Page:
The rebuilding Anaheim Ducks have been one of the best stories of the young season -- with six third-period comeback wins in their first 15 games, despite being underdogs in all but one. As of today, they're improbably in playoff position. But the Ducks have done this all largely without production from one of their brightest stars: Trevor Zegras. Their leading scorer last season, who was on the cover of EA 2023, has just two points (one goal, one assist) in 12 games and is currently on injured reserve with a lower body injury. So what's going on?
I don't think the 22-year-old's start is quite as alarming as the stats suggest. For starters, I believe he's been dealing with this injury for a few weeks -- about half of his games -- which offers some explanation. Much was made about Zegras' benching in the game againstColumbuson Oct. 25, but he also played very well in the two games preceding it. The coaching staff has been harping on certain details, such as puck battles, and Zegras has been focusing on that. He's been playing much stronger defensively than in season's past. As for the offense? Zegras has a 3.3 shooting percentage, which is pretty unlucky, but he's creating chances. Sounds like if he returns healthy and continues on the path he's on, he's confident the production will follow.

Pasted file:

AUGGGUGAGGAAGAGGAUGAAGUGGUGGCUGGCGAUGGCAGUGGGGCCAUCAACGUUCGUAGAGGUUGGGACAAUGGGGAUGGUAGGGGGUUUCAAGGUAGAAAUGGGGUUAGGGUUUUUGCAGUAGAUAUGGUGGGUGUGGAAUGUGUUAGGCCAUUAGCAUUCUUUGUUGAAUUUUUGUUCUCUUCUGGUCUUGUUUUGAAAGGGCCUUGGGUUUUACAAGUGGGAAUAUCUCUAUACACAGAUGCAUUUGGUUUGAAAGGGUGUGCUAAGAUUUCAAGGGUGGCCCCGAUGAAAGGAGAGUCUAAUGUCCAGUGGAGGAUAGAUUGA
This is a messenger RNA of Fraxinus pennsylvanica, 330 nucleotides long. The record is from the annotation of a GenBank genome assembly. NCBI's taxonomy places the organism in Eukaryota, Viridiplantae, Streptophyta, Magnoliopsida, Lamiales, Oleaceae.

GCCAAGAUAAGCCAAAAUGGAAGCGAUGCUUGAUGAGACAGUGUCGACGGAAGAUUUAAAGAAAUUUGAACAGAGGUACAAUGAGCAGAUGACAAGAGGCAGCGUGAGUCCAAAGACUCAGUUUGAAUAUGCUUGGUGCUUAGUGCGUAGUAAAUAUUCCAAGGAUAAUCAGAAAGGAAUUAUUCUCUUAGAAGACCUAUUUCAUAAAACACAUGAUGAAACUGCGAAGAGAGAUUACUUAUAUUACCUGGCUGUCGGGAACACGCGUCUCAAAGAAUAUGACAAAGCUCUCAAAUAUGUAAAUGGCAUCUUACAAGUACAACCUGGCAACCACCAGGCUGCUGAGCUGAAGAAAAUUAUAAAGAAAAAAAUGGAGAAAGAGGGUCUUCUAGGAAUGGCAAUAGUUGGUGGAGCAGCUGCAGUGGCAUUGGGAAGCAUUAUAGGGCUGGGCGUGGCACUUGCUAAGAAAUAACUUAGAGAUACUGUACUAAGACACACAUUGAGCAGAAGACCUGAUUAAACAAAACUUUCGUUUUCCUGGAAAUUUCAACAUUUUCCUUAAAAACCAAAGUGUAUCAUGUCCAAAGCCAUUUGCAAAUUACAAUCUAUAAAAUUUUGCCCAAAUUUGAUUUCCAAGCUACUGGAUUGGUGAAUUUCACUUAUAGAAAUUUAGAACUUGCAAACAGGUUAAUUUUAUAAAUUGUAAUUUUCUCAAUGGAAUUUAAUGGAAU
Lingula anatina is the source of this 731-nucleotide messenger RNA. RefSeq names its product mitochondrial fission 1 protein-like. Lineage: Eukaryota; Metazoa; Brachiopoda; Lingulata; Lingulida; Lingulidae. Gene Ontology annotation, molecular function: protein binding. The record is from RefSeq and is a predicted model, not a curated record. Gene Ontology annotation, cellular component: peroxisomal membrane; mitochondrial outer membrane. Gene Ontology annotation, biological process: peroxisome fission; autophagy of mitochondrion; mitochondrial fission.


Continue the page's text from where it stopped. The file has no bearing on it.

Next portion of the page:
Connor Bedard's Florida road trip -- two multiple goal games, including a four-point night against the Tampa Bay Lightning-- felt like a turning point for the 18-year-old. It signaled the first time we've seen the rookie truly take over a game, and it won't be the last. For coach Luke Richardson, it signaled the next evolution of Bedard's game -- aggressiveness to get the puck.